Giant Itaipú Dam and Bacteria Join Forces for Clean Energy and Environment

  • Mar 18, 2020
  • Inter Press Service

FOZ DO IGUAÇU, Brazil, - “It used to be complicated, I would have lunch with the flies,” recalls Pedro Colombari, laughing, on his 400-hectare farm where he fattens 5,000 pigs and raises 400 cattle outside of a small town in southern Brazil.

Biogas production keeps disease-carrying insects away by extracting the gases from animal waste through anaerobic biodigestion by bacteria. The settling ponds for the manure, which “produced 99 percent of the flies,” have disappeared, according to Colombari.

Using the biogas, the farmer generates electricity shared with neighbouring properties in a micro-grid set up in the municipality of São Miguel do Iguaçu, 42 km from Foz do Iguaçu on Brazil’s border with Argentina and Paraguay.

For fellow farmer Ademir Escher, the biggest benefit was the reduction of “70 to 80 percent of the stench” from the manure he uses to fertilise his hay crop.

Since last July, the waste from the 1,200 pigs he fattens on his three-hectare farm has been producing biogas for the mini power plant in Entre Rios, 133 km from Foz do Iguaçu.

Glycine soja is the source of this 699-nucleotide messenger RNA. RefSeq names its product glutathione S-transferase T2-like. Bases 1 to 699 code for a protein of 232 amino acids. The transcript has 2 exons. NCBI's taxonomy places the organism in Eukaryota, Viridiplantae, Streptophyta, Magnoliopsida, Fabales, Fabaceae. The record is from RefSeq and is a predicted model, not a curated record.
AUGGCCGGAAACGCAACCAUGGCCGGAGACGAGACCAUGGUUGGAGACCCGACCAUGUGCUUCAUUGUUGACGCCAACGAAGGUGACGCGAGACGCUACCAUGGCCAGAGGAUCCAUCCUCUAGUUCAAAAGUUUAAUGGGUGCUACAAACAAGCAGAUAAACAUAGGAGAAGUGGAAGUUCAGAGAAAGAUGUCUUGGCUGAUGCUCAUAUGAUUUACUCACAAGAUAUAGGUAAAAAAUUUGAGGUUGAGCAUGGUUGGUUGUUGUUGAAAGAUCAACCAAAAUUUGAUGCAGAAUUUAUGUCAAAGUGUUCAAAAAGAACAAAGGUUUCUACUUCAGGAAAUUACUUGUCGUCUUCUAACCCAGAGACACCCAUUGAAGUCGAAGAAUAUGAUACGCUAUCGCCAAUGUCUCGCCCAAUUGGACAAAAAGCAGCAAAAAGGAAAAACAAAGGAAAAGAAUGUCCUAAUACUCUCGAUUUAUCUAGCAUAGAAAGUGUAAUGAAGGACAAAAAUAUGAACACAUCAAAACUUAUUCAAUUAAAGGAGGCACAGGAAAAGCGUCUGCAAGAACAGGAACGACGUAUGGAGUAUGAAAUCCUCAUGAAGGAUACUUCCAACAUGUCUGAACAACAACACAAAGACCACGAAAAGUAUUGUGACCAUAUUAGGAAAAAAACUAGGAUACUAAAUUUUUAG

Escher is one of 18 pig farmers who supply the fuel that produces the energy for almost all of the local government’s offices and services in the municipality of 4,600 inhabitants.

The mini power plant, with an installed capacity of 480 kilowatts, was created as part of programmes implemented by the Itaipu Binational Hydroelectric Power Plant, which promotes alternative energy sources in its area of influence as well as technological innovations, such as electric or biomethane powered vehicles, or purified biogas.

Itaipu, the second largest hydropower plant in the world, shared by Brazil and Paraguay, has an installed capacity of 14,000 megawatts.

That is equivalent to 29,166 mini power plants like the one in Entre Ríos.

But the binational giant, which accounts for about 11 percent of Brazil’s energy consumption and 88 percent of Paraguay’s, continues to promote biogas production, to generate both electricity and biomethane.

The use of livestock manure and organic waste to produce energy and biofertiliser reduces the sediment that runs into the rivers and pollutes the dam’s reservoir, explained General Luiz Felipe Carbonell, Itaipu’s coordination director.

All sediments affect water quality, which is “critical to power generation,” he said. But organic sediments are especially harmful, because they fuel the proliferation of aquatic fauna that damage the plant’s machinery and the dam, he said.

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